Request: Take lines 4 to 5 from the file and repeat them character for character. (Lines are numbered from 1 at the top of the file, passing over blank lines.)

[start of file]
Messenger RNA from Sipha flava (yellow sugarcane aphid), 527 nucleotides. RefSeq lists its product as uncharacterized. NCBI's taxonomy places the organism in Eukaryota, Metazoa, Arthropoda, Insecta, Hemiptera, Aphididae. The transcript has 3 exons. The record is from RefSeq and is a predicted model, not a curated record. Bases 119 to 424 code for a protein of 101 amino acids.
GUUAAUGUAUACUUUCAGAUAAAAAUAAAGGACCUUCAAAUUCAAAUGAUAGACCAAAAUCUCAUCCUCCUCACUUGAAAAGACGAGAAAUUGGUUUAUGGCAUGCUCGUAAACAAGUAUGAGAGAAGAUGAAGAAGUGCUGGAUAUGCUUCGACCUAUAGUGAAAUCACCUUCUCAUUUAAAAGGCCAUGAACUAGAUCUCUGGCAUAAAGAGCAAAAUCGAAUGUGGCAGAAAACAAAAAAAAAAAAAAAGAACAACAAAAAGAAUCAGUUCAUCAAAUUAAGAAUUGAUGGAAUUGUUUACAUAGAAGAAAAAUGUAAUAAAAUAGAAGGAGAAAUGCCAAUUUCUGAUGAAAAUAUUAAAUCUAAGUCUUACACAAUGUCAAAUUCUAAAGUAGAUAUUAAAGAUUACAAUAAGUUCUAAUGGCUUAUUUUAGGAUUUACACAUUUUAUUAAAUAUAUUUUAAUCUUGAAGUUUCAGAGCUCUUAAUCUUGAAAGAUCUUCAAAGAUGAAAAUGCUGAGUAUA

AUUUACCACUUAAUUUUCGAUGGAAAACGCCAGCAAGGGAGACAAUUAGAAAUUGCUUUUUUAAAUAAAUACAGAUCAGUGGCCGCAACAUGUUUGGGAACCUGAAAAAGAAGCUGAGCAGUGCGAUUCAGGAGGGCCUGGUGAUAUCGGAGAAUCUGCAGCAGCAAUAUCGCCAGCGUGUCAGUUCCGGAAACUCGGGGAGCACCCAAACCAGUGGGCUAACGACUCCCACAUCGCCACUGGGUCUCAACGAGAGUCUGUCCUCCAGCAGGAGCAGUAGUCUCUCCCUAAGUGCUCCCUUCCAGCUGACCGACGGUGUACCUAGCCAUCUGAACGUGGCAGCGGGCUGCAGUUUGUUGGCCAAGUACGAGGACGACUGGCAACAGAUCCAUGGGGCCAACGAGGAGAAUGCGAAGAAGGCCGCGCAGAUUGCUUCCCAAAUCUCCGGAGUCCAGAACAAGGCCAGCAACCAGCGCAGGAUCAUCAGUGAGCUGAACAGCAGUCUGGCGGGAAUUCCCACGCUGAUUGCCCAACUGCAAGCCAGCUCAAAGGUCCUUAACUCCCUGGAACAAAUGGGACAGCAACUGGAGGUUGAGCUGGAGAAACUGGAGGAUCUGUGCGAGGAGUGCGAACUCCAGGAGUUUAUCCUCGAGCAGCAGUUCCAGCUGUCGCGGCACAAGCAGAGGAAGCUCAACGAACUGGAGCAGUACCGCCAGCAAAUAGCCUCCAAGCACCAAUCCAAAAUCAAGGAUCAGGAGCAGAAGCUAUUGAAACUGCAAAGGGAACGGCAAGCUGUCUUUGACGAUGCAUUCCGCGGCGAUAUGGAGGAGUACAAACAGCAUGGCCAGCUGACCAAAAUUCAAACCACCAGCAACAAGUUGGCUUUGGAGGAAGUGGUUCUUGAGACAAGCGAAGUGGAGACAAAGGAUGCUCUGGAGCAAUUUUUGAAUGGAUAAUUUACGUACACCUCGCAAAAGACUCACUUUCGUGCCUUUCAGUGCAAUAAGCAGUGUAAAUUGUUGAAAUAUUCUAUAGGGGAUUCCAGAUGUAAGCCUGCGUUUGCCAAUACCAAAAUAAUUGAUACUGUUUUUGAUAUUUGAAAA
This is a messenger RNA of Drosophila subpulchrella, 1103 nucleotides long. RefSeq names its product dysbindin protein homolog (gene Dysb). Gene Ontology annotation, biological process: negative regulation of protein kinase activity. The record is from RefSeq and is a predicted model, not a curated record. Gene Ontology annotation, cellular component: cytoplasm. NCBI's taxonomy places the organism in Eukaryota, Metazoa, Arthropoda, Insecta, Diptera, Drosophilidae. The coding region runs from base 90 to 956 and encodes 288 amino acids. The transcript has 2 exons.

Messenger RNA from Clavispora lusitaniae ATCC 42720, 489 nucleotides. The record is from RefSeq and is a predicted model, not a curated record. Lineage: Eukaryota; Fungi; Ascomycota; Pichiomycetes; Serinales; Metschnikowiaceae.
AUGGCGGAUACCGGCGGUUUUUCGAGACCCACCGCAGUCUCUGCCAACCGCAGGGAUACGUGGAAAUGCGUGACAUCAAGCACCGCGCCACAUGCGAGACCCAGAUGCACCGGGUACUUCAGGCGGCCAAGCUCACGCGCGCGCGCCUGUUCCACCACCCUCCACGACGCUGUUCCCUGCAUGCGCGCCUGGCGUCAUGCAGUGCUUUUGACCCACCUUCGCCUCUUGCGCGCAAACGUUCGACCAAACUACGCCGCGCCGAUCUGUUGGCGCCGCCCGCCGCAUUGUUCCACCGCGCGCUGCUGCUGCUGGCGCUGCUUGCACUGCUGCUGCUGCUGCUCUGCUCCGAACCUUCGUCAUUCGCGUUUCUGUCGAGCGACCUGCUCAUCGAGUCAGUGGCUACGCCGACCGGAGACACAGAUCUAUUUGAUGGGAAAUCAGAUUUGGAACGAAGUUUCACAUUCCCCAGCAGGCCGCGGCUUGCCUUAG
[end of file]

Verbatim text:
This is a messenger RNA of Drosophila subpulchrella, 1103 nucleotides long. RefSeq names its product dysbindin protein homolog (gene Dysb). Gene Ontology annotation, biological process: negative regulation of protein kinase activity. The record is from RefSeq and is a predicted model, not a curated record. Gene Ontology annotation, cellular component: cytoplasm. NCBI's taxonomy places the organism in Eukaryota, Metazoa, Arthropoda, Insecta, Diptera, Drosophilidae. The coding region runs from base 90 to 956 and encodes 288 amino acids. The transcript has 2 exons.

Messenger RNA from Clavispora lusitaniae ATCC 42720, 489 nucleotides. The record is from RefSeq and is a predicted model, not a curated record. Lineage: Eukaryota; Fungi; Ascomycota; Pichiomycetes; Serinales; Metschnikowiaceae.